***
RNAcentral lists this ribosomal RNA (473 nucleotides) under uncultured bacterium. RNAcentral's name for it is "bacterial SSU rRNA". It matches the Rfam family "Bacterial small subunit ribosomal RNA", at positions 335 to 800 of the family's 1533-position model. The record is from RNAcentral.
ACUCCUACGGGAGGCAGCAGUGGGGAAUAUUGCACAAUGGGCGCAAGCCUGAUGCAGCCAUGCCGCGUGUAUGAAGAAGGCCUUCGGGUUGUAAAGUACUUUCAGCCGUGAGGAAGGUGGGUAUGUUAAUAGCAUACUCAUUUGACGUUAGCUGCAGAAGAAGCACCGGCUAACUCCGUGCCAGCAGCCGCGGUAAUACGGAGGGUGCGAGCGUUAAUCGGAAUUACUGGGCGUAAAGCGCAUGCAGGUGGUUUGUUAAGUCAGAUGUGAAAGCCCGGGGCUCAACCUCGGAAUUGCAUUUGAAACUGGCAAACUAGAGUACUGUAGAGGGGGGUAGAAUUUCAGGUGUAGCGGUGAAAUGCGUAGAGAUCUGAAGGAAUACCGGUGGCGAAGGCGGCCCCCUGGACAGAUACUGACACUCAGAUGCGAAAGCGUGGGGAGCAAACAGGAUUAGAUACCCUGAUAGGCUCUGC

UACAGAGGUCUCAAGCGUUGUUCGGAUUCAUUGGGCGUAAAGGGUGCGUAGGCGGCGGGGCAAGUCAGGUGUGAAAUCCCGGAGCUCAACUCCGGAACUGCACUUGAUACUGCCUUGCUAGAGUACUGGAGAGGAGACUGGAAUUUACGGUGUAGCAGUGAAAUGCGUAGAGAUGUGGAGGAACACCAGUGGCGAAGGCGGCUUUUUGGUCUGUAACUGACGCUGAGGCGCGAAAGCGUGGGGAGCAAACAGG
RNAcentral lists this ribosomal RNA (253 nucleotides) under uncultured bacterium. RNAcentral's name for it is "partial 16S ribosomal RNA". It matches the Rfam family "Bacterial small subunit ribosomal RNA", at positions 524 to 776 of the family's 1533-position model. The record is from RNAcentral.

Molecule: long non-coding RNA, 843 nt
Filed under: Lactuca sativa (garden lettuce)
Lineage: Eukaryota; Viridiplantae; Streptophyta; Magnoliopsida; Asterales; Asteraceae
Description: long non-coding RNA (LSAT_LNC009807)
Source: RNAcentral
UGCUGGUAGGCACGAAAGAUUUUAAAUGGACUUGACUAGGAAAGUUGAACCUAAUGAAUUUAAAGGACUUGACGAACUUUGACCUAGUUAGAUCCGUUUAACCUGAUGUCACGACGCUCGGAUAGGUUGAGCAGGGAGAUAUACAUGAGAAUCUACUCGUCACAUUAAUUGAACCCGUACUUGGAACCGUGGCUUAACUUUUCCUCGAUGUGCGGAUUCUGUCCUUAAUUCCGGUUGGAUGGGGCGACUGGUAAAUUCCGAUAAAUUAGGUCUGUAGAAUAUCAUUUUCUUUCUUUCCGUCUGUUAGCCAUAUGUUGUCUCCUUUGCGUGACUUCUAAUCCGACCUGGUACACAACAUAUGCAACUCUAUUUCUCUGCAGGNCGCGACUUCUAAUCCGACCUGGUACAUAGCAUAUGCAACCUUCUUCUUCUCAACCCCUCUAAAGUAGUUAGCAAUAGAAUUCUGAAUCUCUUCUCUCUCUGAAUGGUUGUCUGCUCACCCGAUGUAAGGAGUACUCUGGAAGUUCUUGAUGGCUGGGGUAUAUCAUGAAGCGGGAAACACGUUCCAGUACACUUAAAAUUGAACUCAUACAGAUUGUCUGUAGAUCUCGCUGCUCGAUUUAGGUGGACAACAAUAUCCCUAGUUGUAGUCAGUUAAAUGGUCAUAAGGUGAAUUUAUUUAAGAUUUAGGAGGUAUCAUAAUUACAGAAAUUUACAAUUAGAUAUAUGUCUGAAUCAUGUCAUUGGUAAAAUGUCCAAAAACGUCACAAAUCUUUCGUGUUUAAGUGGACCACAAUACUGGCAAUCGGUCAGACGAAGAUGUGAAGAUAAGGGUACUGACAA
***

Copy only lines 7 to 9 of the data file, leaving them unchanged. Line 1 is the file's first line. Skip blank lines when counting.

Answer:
Lineage: Eukaryota; Viridiplantae; Streptophyta; Magnoliopsida; Asterales; Asteraceae
Description: long non-coding RNA (LSAT_LNC009807)
Source: RNAcentral